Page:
What we Played at EGX Rezzed


EGX hold some of the UK’s biggest annual gaming shows, one of which was held last week in London. EGX Rezzed, the little sister of the group, headed down to Tobacco Docks, East London for a weekend gaming extravaganza. Paying close attention to upcoming Indie titles, Rezzed is a great platform for independent developers who want to get their games noticed.

We were there to soak up the best of the show.



AAA Titles at Rezzed

There were however, a few highly anticipated, headline grabbing titles for myself and Scott to feast our twitching fingers upon. For us, the biggest of  the bunch was  Bloodborne. Developed by Japanese company ‘From Software’ Bloodborne holds more than a smattering of hallmarks to their previous titles, Dark Souls.

After the disappointment of the Order: 1886, publishers Sony are throwing a number of their eggs into the Bloodborne basket, with the PlayStation 4 in need a meaty exclusive. The alpha version of the upcoming action title took up a large portion of Sony’s Rezzed stand, and we dived in and had a go. To which we were relatively impressed. Set in the ruined city of Yharnam, you wander round a dark, gothic location with the air of a sinister tone constantly hanging over you. Populated with all manner of deranged, weapon-wielding inhabitants, the player can choose from one of three weapon setups in order to slash and blast their way through the chaos.




The similarities to Dark Souls are unavoidable, and given its success, From Software can be forgiven for sticking to what they know. Bloodborne holds largely the same gameplay mechanics to that of DS, including some exceptionally tight sword-slashing action. Indeed, Bloodborne may be even inheriting the famed difficultly levels of DS (my play through was cut short after I was mauled by several bloodthirsty Yharnam city-goers). How far From Software can introduce some new flesh to the frame of their past games may hold the key to its level of success come launch day on the 27th of March.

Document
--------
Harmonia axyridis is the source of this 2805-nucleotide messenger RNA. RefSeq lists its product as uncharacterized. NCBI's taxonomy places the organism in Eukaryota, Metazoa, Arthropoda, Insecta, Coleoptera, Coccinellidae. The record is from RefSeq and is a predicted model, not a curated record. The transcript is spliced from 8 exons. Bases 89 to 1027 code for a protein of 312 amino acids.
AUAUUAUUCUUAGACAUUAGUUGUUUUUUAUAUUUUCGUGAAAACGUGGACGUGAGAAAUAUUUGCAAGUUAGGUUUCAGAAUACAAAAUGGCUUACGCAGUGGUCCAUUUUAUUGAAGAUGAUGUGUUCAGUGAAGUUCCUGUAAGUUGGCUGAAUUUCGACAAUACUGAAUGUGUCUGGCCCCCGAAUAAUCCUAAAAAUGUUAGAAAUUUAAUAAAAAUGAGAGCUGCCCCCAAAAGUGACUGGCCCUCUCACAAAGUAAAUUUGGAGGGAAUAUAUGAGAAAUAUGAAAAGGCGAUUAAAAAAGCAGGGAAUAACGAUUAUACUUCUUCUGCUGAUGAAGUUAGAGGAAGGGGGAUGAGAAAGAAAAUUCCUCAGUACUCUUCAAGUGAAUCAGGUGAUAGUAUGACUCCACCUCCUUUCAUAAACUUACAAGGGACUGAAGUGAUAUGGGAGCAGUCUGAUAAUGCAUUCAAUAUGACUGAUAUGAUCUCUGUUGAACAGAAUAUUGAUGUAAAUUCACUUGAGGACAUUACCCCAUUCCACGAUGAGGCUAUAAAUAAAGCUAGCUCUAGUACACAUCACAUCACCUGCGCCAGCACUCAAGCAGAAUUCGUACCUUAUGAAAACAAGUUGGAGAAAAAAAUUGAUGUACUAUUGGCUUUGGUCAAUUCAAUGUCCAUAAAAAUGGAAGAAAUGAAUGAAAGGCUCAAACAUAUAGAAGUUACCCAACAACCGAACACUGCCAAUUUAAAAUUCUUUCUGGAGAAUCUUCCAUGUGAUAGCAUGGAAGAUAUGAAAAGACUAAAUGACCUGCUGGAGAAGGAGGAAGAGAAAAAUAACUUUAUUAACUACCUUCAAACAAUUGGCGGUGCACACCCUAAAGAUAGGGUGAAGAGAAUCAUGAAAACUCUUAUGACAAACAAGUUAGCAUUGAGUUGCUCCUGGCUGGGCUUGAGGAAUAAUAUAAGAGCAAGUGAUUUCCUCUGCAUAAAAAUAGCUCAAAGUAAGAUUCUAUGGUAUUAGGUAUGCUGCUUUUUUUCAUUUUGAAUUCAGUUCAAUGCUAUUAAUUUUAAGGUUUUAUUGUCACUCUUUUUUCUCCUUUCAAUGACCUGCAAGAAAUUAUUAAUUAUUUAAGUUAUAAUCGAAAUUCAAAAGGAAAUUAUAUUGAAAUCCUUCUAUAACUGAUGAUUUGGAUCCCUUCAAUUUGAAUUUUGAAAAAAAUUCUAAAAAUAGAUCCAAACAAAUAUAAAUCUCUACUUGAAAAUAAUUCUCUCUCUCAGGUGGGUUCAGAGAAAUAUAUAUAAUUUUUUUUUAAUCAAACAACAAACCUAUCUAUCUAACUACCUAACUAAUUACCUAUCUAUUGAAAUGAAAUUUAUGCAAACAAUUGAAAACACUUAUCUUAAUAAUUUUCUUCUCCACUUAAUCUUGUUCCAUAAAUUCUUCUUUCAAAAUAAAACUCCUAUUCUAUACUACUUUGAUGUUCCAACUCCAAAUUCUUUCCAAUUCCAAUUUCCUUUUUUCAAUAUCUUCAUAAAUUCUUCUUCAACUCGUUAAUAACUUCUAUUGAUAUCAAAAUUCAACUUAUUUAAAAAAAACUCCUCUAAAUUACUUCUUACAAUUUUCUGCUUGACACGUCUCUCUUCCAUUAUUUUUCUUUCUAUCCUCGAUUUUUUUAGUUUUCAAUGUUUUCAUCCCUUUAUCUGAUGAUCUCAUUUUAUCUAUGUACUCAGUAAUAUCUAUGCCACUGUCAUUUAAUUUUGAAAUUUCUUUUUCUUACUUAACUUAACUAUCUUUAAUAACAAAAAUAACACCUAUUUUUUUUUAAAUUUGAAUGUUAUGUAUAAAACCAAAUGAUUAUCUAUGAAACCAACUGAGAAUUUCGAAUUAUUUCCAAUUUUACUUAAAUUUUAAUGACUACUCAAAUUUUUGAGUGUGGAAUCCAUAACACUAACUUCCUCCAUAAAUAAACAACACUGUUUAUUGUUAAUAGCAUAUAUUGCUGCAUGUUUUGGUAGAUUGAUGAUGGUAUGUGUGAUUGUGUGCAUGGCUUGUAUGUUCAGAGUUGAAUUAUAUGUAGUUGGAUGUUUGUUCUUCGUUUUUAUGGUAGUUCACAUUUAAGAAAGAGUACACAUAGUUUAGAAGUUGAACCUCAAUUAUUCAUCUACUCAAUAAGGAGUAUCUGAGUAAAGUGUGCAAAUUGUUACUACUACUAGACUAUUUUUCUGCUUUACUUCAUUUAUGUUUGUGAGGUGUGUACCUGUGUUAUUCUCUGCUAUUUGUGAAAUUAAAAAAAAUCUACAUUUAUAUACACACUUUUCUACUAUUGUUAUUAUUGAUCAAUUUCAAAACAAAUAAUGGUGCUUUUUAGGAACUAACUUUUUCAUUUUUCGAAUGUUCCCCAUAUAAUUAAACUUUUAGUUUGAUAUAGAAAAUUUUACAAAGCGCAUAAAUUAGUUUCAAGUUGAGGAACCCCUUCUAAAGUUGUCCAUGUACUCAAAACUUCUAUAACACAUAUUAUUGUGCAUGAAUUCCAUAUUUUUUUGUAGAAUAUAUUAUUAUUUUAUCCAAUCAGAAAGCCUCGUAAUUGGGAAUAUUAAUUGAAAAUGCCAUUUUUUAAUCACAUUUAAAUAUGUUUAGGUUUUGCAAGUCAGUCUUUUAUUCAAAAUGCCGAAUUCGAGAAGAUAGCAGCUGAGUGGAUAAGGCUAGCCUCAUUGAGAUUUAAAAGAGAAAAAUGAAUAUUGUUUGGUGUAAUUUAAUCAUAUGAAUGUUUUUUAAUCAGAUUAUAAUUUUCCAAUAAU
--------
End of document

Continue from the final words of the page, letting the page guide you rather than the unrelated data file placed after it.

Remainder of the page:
Battling Bloodborne for Rezzed supremacy was the first expansion from Guild Wars 2, which was made available in the UK for the first time at Rezzed. Named Heart of Thorns, we braved the queues and signed up for a PVP battle. Featuring two teams of five, we took to the specially designed ‘Champion’s Dusk’ map, battling it out on HOT’s new game mode, ‘Stronghold’. Located in the centre of the map were a series of supplies, used to recruit AI controlled troops set on taking down the oppositions Stronghold. Teams must take down their adversaries barracks, exposing the ‘Lord’ held inside. First team to kill the opposing team’s Lord wins. Completed in little over ten minutes, Stronghold could forge a niche for itself for those looking to dip in and out of the at time attritional Guild Wars experience.

Despite the heavy defeat me and my team had to endure, I left the Guild Wars room happy with the addition of Heart of Thorns. Developers ArenaNet are looking to the future with HOT, and the addition of new content will add a layer of longevity for hardened players. Additional features such as the Borderland map, Revenant profession and Heart of Maguuma region will no doubt keep fans of the MMO coming back for more.